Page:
Reader support needed for new newspaper economic model

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Key Points: Steve Key, executive director and general counsel, Hoosier State Press Association

Everyone appears to be in agreement – the old economic model for newspapers is broken. The struggle now is development of a new model or models.

The New York City battle for circulation between Joseph Pulitzer’s New York World and William Randolph Hearst’s New York Journal created the large-circulation newspapers that depended upon advertising revenue, rather than readership revenue or political party subsidies.

Technology and retail business changes have continually ripped away sections of advertising revenue from newspapers. Classified revenue moved to Monster.com, Cars.com, Craigslist, etc. Walmart pushed numerous Main Street businesses into oblivion, Consolidation eliminated numerous groceries, banks and auto dealerships.

Rural to urban migration has impacted the majority of Indiana counties, which also negatively impacted local businesses and newspapers’ advertising base.

One constant is that Hoosiers respond well to good local journalism. There are small newspapers that have gained circulation because they cover their communities from county government to school boards and local human interest stories.

The pandemic became the latest economic blow to newspapers. I recall a publisher in March of 2020 telling me how his ad cancellations outnumbered new ads by a 10-1 ratio as non-essential businesses were closed down in the attempt to curb COVID-19.

Ironically, while revenues declined, readership increased. For most Hoosiers, if they wanted to know how the pandemic was affecting their community, it was the local newspaper who provided that information.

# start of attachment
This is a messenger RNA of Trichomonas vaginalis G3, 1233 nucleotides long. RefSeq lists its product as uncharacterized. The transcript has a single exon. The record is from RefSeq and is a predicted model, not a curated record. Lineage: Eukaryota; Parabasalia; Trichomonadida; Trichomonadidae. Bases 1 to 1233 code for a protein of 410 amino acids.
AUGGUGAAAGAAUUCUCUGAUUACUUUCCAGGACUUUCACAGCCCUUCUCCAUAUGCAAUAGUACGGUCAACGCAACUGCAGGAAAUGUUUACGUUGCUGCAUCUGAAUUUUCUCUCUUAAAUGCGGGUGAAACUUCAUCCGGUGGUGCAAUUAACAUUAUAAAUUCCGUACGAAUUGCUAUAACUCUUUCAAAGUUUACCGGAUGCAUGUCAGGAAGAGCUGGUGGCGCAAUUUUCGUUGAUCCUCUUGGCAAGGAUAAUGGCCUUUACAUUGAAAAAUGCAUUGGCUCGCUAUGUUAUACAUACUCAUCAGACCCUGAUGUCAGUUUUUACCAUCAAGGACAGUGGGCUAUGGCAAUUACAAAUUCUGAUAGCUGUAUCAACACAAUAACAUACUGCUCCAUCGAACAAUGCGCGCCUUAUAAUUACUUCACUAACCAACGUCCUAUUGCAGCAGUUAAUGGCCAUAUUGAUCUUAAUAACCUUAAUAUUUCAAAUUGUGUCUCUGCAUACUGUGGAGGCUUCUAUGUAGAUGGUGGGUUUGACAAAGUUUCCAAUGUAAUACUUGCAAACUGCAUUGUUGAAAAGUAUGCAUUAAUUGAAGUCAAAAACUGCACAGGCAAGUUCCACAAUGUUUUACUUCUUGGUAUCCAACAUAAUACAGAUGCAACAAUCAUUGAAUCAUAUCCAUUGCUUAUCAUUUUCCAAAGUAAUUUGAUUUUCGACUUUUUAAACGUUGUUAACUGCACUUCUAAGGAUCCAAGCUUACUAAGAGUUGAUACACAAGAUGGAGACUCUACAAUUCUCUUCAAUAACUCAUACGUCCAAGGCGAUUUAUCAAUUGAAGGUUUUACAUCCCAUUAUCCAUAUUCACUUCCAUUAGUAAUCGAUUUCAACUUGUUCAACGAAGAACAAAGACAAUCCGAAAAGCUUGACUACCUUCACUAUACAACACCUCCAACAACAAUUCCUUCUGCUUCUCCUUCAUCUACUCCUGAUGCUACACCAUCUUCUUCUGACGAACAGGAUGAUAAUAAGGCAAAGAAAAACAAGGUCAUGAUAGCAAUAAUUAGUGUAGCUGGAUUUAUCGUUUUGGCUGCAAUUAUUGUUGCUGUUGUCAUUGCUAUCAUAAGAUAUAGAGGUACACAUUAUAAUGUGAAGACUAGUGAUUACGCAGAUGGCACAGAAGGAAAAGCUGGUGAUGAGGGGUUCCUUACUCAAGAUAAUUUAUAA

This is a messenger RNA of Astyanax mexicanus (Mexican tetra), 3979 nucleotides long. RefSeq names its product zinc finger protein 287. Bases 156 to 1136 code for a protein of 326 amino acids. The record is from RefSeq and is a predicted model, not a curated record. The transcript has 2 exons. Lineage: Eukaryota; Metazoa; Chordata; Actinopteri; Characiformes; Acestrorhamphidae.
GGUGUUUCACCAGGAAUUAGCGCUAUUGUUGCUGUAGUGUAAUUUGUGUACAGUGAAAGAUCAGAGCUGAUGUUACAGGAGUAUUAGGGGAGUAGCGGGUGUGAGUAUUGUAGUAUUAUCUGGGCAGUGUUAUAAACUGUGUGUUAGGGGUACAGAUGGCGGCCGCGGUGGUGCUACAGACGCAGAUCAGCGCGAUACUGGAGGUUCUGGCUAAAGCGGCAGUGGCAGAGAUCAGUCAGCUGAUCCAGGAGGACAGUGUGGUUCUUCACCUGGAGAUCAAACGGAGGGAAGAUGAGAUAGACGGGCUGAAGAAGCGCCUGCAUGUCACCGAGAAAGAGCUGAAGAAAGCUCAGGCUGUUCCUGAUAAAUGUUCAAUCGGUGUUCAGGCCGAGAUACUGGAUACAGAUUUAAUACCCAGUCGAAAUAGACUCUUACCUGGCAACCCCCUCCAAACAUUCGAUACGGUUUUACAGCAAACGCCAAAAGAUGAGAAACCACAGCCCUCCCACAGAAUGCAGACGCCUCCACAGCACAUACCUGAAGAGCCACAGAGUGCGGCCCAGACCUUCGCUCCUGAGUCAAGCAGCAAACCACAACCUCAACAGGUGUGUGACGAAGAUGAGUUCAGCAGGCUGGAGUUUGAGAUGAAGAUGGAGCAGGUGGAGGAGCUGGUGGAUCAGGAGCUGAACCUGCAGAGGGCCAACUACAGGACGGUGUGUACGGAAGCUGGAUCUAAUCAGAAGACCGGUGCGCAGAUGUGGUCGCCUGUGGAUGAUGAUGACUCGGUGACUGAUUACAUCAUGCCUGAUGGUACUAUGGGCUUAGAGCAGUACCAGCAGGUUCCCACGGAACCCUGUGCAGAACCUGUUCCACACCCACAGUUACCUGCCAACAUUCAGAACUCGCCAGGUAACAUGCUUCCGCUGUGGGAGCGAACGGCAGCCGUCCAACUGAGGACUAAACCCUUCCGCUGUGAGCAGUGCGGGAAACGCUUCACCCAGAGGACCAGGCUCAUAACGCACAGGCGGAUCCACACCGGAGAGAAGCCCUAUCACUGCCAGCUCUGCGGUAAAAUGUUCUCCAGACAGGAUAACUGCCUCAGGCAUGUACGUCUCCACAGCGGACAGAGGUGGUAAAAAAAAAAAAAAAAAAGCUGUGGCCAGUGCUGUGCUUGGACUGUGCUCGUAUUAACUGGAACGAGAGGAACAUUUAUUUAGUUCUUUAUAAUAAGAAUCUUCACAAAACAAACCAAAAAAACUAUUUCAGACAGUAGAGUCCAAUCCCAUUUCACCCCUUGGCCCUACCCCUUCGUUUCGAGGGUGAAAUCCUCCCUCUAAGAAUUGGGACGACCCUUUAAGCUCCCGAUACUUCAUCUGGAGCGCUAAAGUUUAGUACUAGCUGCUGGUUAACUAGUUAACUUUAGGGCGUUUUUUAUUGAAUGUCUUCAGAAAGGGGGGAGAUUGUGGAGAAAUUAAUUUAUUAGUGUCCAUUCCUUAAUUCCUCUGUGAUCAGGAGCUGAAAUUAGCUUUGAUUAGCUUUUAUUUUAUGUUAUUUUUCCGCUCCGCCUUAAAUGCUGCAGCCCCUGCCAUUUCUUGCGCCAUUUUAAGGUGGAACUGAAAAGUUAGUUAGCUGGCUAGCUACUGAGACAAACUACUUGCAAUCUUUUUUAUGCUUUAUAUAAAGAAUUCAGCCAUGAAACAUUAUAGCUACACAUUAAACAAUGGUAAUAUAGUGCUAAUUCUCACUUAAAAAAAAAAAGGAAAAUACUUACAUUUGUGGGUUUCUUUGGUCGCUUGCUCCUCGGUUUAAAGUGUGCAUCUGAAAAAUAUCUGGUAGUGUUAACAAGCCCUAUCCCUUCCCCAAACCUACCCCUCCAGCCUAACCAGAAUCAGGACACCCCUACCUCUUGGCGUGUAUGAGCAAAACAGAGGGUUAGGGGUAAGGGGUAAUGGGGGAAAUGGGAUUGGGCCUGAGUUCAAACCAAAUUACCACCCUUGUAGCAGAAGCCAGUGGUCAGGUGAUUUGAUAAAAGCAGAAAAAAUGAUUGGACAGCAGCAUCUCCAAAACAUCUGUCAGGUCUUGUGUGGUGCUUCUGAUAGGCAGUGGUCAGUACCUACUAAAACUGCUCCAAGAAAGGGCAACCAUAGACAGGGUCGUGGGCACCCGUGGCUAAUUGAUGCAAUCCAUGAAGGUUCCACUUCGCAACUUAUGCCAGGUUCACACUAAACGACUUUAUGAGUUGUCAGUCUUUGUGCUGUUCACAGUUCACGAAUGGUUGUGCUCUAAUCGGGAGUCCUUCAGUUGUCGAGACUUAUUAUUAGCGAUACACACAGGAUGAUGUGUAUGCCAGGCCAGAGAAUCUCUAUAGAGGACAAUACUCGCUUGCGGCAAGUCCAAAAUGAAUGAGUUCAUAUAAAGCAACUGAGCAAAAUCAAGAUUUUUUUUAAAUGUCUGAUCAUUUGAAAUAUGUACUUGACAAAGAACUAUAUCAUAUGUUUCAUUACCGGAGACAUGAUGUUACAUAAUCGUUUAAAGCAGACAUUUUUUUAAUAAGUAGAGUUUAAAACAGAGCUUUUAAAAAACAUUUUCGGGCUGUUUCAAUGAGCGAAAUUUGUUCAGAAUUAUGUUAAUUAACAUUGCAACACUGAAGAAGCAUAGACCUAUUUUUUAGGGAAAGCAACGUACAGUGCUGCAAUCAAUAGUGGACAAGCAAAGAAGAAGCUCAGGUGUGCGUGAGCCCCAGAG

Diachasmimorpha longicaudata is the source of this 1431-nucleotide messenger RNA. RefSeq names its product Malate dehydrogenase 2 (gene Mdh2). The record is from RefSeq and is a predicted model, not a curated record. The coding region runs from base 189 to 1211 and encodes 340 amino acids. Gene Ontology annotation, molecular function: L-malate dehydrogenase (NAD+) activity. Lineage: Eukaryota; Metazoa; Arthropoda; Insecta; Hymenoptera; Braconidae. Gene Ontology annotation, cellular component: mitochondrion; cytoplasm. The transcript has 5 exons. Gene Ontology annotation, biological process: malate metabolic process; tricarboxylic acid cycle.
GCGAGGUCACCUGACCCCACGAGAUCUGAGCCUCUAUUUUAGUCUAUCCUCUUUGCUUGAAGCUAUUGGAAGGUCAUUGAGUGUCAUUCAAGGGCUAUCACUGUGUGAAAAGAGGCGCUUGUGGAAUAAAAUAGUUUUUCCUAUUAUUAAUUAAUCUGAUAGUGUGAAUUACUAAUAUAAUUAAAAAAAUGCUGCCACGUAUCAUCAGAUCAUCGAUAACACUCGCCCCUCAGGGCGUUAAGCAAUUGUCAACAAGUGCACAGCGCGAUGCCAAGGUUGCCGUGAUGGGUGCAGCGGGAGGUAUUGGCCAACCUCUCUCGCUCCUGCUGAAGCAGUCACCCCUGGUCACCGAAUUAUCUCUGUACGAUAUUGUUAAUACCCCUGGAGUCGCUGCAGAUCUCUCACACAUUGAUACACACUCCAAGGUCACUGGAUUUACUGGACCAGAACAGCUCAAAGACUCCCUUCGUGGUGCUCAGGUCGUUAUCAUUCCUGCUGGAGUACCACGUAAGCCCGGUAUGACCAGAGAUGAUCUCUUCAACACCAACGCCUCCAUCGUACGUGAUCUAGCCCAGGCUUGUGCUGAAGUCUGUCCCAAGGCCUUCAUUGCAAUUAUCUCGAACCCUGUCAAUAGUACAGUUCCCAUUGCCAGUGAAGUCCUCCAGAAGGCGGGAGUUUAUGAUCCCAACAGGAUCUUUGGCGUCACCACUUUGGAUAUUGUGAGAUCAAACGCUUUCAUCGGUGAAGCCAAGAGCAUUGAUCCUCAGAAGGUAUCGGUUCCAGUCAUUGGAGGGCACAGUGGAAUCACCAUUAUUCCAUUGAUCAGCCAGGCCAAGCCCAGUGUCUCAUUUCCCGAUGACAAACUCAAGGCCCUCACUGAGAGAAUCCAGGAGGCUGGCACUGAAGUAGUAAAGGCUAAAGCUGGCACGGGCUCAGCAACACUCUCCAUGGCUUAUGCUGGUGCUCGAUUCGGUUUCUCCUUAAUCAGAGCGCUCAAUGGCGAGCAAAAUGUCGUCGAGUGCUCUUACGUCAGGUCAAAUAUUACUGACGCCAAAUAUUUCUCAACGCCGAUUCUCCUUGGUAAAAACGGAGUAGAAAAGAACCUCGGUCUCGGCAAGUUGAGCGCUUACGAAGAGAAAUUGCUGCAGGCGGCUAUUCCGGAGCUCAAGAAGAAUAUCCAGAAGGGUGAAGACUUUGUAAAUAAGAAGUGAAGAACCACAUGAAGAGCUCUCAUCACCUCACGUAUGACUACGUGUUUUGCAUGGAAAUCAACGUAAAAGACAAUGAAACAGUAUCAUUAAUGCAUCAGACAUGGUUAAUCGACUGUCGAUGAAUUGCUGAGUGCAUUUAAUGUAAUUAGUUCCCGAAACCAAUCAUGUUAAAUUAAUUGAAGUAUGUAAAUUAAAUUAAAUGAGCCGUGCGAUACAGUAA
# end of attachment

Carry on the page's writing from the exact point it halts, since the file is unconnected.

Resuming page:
I wish I could lay out the new economic plan that would guarantee profitability for the large dailies and small weekly newspapers, but I can’t. Smarter people than I are still trying to put that puzzle together. I can though be optimistic about the future of local journalism based on observations of what is happening across the state.

One constant is that Hoosiers respond well to good local journalism. There are small newspapers that have gained circulation because they cover their communities from county government to school boards and local human interest stories. Investigative journalism has been a capstone for some operations.

On the revenue side, I know of at least one operation that creates local events – up to 40 a year – that it can easily promote. Each event becomes another piece of the newspaper’s revenue pie.

Another newspaper is looking at philanthropic assistance and perhaps changing its business to non-profit status. I see this move as another way to tap into readership and local leadership support.

Publishers are following what is happening in Australia where Facebook and Google are being forced into compensating local journalism creators for the content that the two Tech giants have used to reap advertising revenue for years. Will the United States follow that lead and will any revenue trickle down to smaller newspapers remains to be seen.

Everything I see leads toward readers needing to pay more to support local newspapers. I said I was optimistic, I do see that happening although not overnight as today’s readers have to either overcome sticker shock or change their mindset that everything they can get through the Internet should be free.

I take solace in examples from the past where acceptance of new pricing models has become routinely accepted.

Showing my age, but I recall when Indianapolis had four broadcast stations and their content was shared freely on the black-and-white, and then color TVs in our family’s living room. Anyone suggesting to my parents that for up to $160 a month they could get unlimited access to hundreds of channels would have been considered crazy, Today, budgeting for streaming services is a necessary family expense.

My parents also would have laughed at the idea of someone offering to sell them a plastic bottle of water for a $1 or more. No one’s laughing at that idea today.

So, the thought of Hoosiers learning the value of supporting local journalism shouldn’t seem that far-fetched an idea. We just need to make sure we’re producing quality news.

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